'Hit Man' Oughta Be a Hit, Man

Directed by Richard Linklater

Starring Glen Powell, Adria Arjona

BY Rachel HoPublished May 20, 2024


I had mixed feelings after hearing that Netflix had purchased Richard Linklater's Hit Man coming out of TIFF last year: thrilled that a film I enjoyed so thoroughly received a massive payday, but bummed that a Netflix acquisition would almost certainly mean little to no theatrical play. Sure enough, here we are eight months later with a meagre two-week theatrical window carved out before its Netflix premiere. A good film will be enjoyed regardless of its delivery system, but, undoubtedly, Hit Man is best enjoyed among a crowd.

Based on an article from Texas Monthly magazine written by Skip Hollandsworth — who co-wrote Bernie with Linklater in 2011 — Hit Man follows Gary Johnson (Glen Powell), a New Orleans professor with the uncanny ability to convincingly adopt different personas and identities. The local police force capitalize on this skill by hiring Gary as a fake hitman to catch those looking to contract a killer.

Co-writers Linklater and Powell are very aware of how silly the premise comes across, and they lean into it at full tilt. Ham-fisted characters are drawn up and executed by Powell beautifully, with would-be contractors playing up the dumb-criminal trope. However, Hit Man never goes full slapstick comedy or even satire. By building the film with neo-noir elements, there's an elegant sophistication to the film that elevates it beyond any one particular genre.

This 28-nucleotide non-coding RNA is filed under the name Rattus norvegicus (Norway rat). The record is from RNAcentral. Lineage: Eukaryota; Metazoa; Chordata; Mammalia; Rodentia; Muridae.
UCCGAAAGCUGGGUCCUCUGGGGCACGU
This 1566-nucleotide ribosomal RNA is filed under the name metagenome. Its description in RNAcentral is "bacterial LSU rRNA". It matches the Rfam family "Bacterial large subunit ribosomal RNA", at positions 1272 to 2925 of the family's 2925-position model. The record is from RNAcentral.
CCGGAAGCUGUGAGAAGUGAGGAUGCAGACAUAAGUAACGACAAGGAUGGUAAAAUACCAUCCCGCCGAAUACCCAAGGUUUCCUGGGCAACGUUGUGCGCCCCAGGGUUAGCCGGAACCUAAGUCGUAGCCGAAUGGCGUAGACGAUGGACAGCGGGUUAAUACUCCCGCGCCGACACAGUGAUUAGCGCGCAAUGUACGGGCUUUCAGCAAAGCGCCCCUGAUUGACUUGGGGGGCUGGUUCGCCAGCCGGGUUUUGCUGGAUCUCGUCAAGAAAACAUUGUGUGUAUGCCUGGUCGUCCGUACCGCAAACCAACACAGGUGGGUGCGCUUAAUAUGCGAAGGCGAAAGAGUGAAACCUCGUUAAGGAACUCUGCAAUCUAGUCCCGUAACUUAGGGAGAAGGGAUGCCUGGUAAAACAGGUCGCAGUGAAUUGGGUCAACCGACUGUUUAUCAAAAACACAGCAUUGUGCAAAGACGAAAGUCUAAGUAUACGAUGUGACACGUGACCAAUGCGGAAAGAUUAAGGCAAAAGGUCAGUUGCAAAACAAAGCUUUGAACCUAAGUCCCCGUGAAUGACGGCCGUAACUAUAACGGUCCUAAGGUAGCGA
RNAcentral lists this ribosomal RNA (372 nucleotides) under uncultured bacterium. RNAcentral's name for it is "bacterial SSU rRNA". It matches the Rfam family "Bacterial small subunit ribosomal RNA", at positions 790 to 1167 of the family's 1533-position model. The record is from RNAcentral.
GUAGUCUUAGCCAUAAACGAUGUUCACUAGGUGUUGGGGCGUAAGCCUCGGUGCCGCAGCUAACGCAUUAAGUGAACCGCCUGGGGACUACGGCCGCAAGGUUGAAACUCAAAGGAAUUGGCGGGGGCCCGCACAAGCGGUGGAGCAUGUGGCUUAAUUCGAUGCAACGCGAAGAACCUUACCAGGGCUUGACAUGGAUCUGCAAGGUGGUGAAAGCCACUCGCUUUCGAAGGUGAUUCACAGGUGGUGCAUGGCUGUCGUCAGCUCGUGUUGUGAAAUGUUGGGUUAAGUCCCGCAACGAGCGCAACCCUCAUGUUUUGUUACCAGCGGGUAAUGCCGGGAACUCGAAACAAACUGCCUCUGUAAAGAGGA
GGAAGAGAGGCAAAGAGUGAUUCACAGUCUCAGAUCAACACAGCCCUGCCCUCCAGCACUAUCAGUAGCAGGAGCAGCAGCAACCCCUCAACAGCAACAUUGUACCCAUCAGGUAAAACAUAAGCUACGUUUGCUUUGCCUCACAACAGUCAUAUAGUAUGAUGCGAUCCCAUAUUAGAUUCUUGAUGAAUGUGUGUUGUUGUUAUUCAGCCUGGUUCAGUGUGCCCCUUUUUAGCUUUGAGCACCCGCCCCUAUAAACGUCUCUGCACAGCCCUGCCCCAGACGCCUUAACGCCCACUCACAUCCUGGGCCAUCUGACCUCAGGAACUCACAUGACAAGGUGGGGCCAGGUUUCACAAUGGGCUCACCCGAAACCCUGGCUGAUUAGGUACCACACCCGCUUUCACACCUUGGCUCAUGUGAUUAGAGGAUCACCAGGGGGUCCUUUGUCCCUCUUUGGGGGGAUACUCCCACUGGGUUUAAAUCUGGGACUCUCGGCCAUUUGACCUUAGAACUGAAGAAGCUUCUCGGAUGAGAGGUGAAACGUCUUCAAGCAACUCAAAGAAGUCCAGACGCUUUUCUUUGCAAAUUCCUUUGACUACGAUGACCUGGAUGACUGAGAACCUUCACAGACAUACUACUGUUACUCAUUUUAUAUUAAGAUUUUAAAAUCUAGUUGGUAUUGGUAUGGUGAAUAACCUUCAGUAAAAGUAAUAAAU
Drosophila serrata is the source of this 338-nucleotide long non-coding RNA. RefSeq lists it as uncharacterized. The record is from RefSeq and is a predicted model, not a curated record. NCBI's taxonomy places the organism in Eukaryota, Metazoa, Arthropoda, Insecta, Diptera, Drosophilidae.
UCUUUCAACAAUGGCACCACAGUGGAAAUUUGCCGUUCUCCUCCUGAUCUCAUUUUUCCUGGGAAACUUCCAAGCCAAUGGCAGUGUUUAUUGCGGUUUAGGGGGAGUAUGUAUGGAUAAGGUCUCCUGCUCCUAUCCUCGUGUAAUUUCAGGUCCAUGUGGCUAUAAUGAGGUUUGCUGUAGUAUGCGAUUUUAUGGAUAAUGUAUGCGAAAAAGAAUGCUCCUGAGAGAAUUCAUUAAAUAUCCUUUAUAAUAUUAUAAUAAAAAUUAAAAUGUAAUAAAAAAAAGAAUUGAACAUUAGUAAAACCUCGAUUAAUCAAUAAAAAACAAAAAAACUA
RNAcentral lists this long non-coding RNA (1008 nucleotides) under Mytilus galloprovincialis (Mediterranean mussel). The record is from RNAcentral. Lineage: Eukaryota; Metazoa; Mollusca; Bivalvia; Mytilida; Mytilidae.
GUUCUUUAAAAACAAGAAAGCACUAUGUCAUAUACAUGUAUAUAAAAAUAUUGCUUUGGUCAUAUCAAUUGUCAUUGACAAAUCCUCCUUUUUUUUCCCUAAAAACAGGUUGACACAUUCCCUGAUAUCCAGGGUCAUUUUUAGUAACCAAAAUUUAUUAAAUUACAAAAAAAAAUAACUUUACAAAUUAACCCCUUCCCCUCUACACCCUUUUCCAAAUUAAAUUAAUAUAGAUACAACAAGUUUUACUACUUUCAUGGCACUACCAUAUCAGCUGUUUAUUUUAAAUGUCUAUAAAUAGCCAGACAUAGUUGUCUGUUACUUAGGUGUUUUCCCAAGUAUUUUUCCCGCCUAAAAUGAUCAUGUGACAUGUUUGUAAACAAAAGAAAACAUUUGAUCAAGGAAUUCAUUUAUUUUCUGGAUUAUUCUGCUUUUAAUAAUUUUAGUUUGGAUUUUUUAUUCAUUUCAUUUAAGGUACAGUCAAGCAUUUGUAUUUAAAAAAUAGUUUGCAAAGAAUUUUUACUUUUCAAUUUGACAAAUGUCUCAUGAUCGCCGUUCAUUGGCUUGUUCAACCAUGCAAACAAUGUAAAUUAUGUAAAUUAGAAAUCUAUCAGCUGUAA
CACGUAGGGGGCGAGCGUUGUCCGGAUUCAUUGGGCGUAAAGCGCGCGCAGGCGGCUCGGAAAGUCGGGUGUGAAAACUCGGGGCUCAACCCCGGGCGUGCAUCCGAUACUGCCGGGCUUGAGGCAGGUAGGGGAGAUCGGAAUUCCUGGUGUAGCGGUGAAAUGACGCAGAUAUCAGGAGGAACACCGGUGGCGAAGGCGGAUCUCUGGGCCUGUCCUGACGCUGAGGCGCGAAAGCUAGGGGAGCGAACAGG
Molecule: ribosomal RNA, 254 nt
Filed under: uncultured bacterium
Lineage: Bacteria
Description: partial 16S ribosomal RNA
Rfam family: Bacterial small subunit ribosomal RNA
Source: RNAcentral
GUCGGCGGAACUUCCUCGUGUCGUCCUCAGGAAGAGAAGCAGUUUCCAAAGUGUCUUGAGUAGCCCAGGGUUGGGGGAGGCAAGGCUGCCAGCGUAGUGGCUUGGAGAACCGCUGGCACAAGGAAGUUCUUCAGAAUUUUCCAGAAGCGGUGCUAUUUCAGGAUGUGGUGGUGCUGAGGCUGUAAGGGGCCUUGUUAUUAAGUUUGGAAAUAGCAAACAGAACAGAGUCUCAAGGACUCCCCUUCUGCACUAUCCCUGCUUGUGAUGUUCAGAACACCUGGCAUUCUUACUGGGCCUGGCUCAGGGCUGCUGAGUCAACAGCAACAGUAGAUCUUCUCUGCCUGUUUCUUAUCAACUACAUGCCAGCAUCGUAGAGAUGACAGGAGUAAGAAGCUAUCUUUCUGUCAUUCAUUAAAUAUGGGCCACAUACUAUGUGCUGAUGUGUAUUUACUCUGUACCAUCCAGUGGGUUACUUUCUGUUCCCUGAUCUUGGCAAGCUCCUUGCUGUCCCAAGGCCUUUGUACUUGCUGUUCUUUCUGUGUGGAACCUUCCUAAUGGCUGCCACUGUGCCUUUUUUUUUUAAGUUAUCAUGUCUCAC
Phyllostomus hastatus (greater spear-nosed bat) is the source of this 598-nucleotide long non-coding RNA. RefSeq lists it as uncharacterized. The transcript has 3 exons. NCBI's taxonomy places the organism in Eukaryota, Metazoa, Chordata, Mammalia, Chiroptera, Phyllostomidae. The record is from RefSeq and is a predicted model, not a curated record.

The nature of the script presents a healthy challenge to Powell as an actor, one which he tackles head-on. Top Gun: Maverick and Anyone but You put eyes on Powell and deservedly so, but it'll be Hit Man that certifies the actor as the current It Guy for studios to build franchises off of (hello Twisters) and indie directors to create interesting characters.

The most enjoyable part of Hit Man, though, comes from the chemistry between Powell and his co-star Adria Arjona, playing Madison, a would-be criminal seeking Gary's services (or as Madison knows him to be, Ron). As two people falling for each other in extraordinary circumstances, Powell and Arjona are simply on fire. Their steamy love scenes aside, the two of them create such a compelling dynamic on screen that I could've watched six seasons and a three-hour movie of their back-and-forth.

Prior to the surprising underperformance of Fall Guy, I'd have felt confident in saying Hit Man would be a guaranteed box office success. Everything about the film lends itself to being a crowd-pleasing, buzz-creating commercial hit: it's funny, lead by charismatic leads and sexy as hell — almost as if the director behind Dazed and Confused and School of Rock navigated the ups and downs of cinematic commercial viability.

But in the era of algorithms and clicks, Hit Man will have to contend with being a streaming sensation; not that there's anything wrong with that, of course. Rather than swim against a changing tide, Linklater's only adapting to the inevitable. For those theatrical experience advocates among us, though, Hit Man exemplifies why we still go to the cinema: when clever humour and engaging performances hit, they hit hard.


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